Mat Honan at Gizmodo posted a long but interesting history of the photo sharing site Flickr (“from Yahoo!”) and why it sucks. Short answer: Yahoo! has no idea what it’s doing and is basically stuck in 1998 when it comes to the Internet. They bought Flickr in 2005 and then proceeded to do nothing with it, allowing Facebook, Instragram, and others to replace it. Where Flickr was once a thriving community for professional photographers and amateurs alike, it’s now a mere shell of itself. Many true professionals have moved on to sites like 500px, while most iPhone-toting non-photographers (myself being one) really only care about socialness and prefer platforms such Facebook, Twitter, and Instagram.
So if Flickr sucks so bad (which it does) and is basically a ghost town (which it’s not), then why do I still use it? Because there’s not a better alternative.
Here’s what I mean. Family photos and pictures of my kids are only posted on Facebook. I have a very small number of friends on Facebook (by design) and even if others see those photos (by way of sharing, liking, or commenting), the audience is still limited. Basically, I don’t want pictures of my kids fully out on public sites like Twitter or Flickr because I’m just not comfortable with that. “Throwaway” pics are best suited for Twitter and/or Facebook, and I don’t really need to archive those. I do use Instragram some but only for photo editing. My account is private. I’ll occasionally share a photo straight from Instragram but usually post it separately to Twitter and/or Facebook. So that leaves Flickr.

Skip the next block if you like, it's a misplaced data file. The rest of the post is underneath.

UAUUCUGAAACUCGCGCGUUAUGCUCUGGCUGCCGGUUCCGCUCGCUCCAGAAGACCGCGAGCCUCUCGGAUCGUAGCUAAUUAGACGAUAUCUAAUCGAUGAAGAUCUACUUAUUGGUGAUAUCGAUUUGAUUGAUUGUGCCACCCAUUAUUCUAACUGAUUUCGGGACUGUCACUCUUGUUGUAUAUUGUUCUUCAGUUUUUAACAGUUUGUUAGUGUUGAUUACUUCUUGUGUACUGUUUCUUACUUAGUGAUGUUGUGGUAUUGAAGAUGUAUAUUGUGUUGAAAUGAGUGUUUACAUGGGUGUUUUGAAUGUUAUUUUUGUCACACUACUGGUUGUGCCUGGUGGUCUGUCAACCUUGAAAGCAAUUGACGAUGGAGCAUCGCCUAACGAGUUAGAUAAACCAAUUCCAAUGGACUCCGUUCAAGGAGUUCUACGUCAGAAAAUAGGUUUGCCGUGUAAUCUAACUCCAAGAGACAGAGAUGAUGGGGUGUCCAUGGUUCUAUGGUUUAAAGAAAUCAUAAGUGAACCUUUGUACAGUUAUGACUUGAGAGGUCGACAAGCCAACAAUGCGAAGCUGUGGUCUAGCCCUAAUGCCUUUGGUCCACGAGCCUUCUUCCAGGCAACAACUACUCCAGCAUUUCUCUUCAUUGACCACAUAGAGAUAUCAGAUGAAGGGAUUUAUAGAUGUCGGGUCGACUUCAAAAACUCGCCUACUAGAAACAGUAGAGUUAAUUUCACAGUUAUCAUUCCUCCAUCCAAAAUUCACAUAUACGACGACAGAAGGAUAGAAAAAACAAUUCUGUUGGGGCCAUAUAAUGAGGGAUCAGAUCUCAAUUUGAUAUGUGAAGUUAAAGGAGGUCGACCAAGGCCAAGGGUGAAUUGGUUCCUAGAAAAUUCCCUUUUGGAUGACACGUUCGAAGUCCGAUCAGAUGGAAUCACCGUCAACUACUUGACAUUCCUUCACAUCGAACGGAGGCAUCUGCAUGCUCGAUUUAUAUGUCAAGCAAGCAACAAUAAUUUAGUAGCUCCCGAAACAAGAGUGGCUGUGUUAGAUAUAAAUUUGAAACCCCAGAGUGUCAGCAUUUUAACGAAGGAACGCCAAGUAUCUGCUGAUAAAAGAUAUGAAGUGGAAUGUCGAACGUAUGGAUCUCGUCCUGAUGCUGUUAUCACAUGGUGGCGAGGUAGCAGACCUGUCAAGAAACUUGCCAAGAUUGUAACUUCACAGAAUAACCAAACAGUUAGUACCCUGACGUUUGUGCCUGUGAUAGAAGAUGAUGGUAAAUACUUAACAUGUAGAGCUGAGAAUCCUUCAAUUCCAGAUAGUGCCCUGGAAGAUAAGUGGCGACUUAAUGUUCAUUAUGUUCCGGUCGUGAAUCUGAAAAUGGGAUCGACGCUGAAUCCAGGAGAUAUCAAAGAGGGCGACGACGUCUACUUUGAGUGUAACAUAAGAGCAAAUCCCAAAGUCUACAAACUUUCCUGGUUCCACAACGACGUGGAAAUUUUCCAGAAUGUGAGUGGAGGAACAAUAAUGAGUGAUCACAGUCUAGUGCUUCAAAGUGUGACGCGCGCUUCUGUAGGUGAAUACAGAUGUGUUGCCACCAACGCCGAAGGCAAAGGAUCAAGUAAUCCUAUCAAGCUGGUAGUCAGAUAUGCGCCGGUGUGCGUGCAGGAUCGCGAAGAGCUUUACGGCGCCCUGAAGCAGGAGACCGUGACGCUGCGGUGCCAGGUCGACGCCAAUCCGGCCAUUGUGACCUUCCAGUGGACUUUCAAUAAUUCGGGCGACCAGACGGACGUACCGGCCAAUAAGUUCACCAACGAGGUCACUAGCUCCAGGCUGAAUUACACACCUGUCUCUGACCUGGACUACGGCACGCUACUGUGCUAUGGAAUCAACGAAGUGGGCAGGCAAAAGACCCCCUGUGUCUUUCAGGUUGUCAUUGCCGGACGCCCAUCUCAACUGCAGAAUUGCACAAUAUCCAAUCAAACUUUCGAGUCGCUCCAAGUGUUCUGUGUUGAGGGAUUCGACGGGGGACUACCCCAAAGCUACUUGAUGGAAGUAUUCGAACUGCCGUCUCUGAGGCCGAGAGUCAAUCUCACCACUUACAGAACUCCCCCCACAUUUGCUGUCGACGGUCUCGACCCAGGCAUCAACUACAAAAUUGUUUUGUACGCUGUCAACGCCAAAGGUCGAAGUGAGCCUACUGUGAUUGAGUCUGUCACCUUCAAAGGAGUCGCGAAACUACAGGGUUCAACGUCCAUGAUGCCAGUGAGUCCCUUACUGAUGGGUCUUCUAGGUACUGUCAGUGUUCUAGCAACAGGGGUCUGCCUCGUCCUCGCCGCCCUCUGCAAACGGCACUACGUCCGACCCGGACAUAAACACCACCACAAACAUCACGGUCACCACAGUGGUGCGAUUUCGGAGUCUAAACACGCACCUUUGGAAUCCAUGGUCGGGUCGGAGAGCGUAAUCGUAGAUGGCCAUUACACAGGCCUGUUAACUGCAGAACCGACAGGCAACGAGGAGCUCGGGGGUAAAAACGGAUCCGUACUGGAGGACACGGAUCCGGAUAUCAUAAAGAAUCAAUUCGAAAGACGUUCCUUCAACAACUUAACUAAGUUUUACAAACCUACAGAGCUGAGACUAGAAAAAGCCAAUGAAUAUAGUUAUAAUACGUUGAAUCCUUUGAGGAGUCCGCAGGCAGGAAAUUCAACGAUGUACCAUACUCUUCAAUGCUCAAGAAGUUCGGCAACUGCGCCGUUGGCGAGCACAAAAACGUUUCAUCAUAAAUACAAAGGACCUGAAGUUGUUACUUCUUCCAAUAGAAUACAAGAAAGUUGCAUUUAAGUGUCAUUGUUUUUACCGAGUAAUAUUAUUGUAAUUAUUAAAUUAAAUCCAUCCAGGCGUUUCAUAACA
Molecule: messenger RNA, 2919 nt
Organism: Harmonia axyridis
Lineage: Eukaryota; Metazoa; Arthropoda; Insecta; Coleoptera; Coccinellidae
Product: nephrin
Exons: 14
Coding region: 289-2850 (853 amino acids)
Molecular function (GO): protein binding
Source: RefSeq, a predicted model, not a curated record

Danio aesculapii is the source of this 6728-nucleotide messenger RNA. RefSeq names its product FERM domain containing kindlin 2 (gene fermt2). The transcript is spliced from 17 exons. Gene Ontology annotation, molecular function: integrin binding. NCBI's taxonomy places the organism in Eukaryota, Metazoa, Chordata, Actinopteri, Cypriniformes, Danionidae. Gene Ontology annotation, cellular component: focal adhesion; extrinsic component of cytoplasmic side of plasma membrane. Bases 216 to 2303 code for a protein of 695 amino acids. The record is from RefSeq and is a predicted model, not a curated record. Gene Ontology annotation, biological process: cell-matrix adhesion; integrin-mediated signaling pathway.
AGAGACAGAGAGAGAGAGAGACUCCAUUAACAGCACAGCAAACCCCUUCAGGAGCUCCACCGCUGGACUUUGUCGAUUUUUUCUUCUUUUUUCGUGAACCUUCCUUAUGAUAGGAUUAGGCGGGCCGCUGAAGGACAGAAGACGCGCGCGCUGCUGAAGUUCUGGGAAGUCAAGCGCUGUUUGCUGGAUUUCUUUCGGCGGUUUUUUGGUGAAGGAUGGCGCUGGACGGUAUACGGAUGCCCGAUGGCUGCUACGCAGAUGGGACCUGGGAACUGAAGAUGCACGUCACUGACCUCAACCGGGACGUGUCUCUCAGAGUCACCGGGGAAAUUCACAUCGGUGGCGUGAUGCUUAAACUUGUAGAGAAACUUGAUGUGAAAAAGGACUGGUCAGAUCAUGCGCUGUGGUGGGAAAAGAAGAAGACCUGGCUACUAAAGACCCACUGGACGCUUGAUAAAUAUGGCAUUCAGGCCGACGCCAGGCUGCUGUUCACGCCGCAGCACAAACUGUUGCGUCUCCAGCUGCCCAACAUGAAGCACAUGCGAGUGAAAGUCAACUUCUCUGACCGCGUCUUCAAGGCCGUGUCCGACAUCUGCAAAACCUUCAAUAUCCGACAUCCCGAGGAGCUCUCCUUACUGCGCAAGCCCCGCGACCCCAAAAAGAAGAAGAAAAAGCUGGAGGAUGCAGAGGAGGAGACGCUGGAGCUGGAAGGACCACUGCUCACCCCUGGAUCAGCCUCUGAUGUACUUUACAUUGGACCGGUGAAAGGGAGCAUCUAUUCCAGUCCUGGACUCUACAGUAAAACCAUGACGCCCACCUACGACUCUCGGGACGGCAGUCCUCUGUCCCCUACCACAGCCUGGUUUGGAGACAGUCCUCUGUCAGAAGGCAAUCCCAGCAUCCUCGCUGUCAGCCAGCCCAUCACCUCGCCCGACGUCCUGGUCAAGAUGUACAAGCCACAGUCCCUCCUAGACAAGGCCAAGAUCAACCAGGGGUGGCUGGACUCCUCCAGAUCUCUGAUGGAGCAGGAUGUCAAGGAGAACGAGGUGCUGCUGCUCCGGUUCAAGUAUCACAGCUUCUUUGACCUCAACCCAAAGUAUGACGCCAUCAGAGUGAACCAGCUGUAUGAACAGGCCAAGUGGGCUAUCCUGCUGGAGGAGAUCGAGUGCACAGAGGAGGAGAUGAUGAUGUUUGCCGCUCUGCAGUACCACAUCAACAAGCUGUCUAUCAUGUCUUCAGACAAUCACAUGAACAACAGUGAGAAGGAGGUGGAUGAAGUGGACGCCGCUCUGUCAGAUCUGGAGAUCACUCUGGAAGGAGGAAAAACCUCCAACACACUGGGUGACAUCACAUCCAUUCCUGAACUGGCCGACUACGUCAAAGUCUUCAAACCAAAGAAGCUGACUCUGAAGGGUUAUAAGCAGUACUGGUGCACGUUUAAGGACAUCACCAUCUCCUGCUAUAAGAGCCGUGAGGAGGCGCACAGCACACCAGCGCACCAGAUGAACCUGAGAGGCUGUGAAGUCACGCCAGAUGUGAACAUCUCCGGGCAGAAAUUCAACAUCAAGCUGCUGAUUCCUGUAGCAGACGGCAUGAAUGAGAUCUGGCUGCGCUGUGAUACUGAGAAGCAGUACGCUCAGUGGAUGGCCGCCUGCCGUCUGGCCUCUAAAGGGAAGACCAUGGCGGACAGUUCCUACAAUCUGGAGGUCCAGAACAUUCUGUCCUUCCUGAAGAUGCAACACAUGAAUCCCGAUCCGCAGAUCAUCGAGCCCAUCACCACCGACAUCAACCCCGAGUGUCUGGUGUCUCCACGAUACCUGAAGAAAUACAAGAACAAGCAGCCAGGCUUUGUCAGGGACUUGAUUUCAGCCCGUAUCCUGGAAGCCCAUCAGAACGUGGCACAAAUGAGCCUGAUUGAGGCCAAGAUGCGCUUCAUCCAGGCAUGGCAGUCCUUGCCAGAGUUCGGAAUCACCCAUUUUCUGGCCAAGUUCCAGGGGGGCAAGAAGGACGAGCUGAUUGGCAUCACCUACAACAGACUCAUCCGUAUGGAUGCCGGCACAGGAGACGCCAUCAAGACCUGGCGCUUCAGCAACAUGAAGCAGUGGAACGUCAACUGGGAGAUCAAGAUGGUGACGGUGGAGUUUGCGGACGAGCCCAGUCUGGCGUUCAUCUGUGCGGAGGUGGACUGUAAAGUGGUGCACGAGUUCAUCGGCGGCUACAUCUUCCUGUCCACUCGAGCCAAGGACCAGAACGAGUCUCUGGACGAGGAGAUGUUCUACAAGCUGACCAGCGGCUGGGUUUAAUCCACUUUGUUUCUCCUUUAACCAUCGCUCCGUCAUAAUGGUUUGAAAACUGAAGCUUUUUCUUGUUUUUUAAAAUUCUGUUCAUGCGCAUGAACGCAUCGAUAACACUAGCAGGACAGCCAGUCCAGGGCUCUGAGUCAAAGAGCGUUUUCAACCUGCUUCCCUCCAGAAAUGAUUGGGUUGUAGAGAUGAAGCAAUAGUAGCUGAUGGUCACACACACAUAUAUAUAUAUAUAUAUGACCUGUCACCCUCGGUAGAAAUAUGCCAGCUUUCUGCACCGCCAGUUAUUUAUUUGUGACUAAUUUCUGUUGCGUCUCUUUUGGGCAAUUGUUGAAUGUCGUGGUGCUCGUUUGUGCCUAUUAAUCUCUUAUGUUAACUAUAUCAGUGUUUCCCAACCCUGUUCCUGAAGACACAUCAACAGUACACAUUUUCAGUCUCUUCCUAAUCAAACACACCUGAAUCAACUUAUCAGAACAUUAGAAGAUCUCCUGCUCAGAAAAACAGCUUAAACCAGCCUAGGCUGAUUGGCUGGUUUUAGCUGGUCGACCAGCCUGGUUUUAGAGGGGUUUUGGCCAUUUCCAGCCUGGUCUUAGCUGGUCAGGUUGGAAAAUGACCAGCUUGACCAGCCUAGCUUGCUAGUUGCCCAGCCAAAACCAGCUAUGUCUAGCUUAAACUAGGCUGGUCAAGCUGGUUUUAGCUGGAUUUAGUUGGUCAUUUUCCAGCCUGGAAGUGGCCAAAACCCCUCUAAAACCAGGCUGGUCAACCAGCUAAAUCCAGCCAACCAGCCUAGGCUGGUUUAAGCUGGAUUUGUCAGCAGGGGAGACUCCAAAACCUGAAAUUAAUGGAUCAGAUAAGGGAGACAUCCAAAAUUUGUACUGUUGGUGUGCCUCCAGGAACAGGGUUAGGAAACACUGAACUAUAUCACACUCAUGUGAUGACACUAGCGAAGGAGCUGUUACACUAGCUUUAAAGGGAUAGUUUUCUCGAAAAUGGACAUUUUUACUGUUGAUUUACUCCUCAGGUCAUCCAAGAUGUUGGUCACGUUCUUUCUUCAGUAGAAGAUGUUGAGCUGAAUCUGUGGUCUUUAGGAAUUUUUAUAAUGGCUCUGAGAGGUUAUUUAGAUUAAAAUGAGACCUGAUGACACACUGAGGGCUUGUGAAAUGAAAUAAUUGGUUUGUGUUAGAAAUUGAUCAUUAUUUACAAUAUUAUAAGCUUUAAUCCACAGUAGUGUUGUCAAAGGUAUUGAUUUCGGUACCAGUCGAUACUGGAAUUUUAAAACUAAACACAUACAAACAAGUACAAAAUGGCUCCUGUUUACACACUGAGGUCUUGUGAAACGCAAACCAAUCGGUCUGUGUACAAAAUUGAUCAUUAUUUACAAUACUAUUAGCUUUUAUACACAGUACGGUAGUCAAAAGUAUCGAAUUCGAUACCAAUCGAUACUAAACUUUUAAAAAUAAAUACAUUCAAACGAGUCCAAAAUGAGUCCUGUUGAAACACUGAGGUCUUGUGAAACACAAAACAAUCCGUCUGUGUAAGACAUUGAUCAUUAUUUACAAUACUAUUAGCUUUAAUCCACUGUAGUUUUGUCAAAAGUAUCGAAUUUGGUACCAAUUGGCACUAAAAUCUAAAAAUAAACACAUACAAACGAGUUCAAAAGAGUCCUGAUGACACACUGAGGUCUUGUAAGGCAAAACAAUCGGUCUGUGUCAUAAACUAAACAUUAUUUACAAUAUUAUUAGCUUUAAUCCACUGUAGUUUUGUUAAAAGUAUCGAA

Flickr is not good at all when it comes to social or mobile. You can tweet a photo, but it doesn’t show up in your “Recent images” on Twitter like other pictures do, and mobile apps don’t always open the photo natively. So if you’re wanting the twitterverse to see it, your best bet is to upload it directly to Twitter or use a third-party service like TwitPic or Instagram. You can also post a Flickr photo to Facebook, but all it does it put a little thumbnail post on your Timeline, which is not even close to being adequate.
Where Flickr excels, though, is in albums. If I have 30 vacation photos, I’m not likely to send out 30 tweets. But even if I did, those tweets would get lost pretty quickly in the stream. I can put them on Facebook, but then they’re not public (or at least I don’t want them to be public). And Instragam is mobile only, has limited resolution, and has no organizational functionality, so it’s not an adequate tool for that job. But I can put my 30 vacation pics on Flickr, in their own album if I want, and have them be public and whatever resolution I choose. Will people actually see them? Not as much. But at least they’re there.
Here’s my point. Flickr sucks. Yes, a lot of people still use it. (About 3,000 photos are uploaded to it every minute.) But it still sucks, at least when it comes to mobile and social. However in some cases, there’s still not a better alternative. Facebook is the closest, but the “walled garden” nature of it isn’t a good fit for public pics. Google+ is another alternative, but very few people actually use Google+, so why not just stay on Flickr? Instagram has the potential to replace it, but it needs a native desktop component and needs to remove the 1024×1024 resolution restriction (which it won’t do since the whole point of Instagram is for it to be a mobile platform). And I’m definitely not a professional, so I have no interest in 500px.
With all its flaws, Flickr still works for what I need, which is why I still use it. If something better comes along, however, I’m all ears.